A local casino is running a promo right now where if a player gets three blackjacks in a row at their spot, they're paid a $500 bonus. If they get a fourth, it's a $10,000 bonus (I think they get the $500 as well). If the dealer gets a blackjack at the same time as the player, the player still gets credit for that blackjack for their "in a row" bonus, although they push their wager.
I was able to use the blackjack calculator on the Wizard of Odds site to determine the game's current edge (without the bonus), but I don't know how to factor in these bonuses. I guess I'm curious as to how much this promo decreases the house edge.
For what it's worth, the minimum bet is $5, and it's a 6-deck shoe game, dealer hits soft 17, player can double after split, can double on any two cards, re-split up to 4 hands, can resplit aces, no surrender option, and blackjack pays 3-to-2.
Thanks for any insight as to how to determine the effect on the house edge!
Card counting doesn't help with the promo since it is a fixed cash amount. It isn't high enough that sophisticates can take advantage of the system.
Is it at Canterbury Park ?
The odds of getting 3 blackjacks in a row is therefore .047451 ^ 3 = 0.01068% with an expected value of $0.05089 (you must take away the 4th blackjack odds).
The odds of getting 4 blackjacks in a row is .047451 ^ 4 = 0.000507% with an expected value of $0.05079.
So the total EV of the promotion is $0.1016.
On a $5 table this is a 2.03% player edge.
On a $10 table this is a 1.02% player edge.
On a $25 table this is a 0.41% player edge.
So if this is a normal 3-2 blackjack game there is a player edge for bets up to about $15.
The odds of getting blackjack is 4.8265% for a single deck, down to 4.7451% for 8 decks. Assuming 6-8 decks and six players at the table, you can negate the effects of card removal.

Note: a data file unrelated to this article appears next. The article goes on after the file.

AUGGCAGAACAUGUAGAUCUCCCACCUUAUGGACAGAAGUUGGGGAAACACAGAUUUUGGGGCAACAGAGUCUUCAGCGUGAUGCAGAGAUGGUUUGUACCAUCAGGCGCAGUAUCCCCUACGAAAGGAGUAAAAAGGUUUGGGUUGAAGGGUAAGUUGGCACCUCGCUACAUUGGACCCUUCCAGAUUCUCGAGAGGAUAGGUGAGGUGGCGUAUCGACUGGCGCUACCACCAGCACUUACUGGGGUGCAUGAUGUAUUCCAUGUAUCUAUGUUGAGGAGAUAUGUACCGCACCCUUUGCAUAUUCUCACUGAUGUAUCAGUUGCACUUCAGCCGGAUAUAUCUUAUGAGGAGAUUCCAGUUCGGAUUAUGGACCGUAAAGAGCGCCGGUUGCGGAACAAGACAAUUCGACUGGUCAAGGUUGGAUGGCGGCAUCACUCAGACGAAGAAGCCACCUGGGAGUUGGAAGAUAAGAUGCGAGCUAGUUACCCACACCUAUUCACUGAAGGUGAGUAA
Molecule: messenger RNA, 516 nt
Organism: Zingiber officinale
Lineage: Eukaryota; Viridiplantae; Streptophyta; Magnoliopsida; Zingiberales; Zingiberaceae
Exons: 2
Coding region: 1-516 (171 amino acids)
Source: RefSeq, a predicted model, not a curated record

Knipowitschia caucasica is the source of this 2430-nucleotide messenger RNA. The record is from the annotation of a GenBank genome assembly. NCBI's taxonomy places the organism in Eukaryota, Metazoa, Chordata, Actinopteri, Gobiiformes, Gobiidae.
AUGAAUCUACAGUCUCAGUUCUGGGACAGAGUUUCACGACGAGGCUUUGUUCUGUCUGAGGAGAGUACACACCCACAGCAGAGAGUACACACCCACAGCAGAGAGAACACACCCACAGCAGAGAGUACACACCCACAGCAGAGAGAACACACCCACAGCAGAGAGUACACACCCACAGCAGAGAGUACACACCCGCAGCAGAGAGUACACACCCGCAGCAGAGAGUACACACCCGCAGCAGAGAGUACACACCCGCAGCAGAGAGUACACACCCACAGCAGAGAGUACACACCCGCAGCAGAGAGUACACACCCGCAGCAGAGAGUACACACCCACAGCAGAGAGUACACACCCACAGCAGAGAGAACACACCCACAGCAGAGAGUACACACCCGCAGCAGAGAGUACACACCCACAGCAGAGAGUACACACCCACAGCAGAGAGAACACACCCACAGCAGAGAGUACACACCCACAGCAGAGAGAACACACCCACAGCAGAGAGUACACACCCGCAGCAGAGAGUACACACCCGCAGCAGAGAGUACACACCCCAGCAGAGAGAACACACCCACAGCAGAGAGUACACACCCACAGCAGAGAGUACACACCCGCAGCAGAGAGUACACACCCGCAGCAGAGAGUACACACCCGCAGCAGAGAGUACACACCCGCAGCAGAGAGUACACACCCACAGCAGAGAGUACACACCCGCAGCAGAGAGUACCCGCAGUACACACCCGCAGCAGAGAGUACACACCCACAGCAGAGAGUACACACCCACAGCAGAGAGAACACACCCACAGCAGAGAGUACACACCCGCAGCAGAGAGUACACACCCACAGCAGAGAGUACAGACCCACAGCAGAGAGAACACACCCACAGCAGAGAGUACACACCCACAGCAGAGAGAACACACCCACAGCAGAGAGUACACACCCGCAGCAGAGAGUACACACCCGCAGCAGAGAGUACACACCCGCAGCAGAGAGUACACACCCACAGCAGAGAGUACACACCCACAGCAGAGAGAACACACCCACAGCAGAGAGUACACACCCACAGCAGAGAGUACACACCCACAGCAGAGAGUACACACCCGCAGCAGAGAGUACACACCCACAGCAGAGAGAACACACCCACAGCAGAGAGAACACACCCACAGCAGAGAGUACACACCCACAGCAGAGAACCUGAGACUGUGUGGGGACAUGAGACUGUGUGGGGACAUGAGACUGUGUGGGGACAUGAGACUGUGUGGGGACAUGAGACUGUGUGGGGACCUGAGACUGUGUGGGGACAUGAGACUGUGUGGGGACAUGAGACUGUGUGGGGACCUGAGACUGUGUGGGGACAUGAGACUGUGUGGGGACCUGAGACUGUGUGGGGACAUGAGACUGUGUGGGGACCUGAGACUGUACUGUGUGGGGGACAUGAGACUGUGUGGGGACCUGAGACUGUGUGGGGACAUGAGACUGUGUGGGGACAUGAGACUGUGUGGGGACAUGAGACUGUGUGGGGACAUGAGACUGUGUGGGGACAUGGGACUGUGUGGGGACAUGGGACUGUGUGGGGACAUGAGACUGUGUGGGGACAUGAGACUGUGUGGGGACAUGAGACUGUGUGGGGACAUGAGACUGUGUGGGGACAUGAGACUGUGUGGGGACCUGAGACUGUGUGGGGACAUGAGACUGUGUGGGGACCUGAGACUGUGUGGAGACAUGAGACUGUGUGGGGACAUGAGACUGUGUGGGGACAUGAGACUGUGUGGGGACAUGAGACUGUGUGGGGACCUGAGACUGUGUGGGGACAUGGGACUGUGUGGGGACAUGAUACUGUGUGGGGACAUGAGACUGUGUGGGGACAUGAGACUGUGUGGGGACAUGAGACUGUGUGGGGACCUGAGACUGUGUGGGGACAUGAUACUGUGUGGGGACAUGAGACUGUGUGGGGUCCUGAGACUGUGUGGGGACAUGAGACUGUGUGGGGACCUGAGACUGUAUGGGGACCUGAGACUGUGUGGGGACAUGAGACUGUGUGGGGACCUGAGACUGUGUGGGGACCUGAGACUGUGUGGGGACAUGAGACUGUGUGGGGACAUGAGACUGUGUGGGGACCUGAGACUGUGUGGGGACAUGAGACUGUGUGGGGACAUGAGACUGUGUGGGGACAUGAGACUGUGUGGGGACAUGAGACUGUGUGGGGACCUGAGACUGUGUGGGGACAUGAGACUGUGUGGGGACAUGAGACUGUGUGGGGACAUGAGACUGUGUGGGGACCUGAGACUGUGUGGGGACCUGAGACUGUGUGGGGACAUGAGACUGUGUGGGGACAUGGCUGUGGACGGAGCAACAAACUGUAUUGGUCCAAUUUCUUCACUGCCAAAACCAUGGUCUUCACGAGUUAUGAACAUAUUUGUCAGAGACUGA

Maybe This is discussed elsewhere and I've missed it, but why is that there is a greater chance for a B/J on a single-deck game than there is in a multi-deck game? There is the same ratio of Aces/10s in 1 deck as there is 100 decks right?
You are correct, but the difference accounts for the fact that the dealer will more often get blackjack as well when you do, since there are more Aces/10's in a multiple deck than in a single deck. This leads to more pushes/losses depending on whether you have a blackjack or not.
It is true that you will get more pushes in a multi-deck, but it's NOT why it's more likely for a player to get a blackjack.
The reason has to do with card removal and conditional probability. As an example, let's say you are first dealt a 10. In a single deck game, you now have 4/51 chance (7.84%) of hitting your Ace for blackjack. In an 8 deck game, you have 32/415 chance (7.71%). This is slightly less than in the single deck game. The reverse applies as well when you first get an Ace. Together, the effect is more blackjacks when playing single deck than multideck, regardless of what the dealer gets.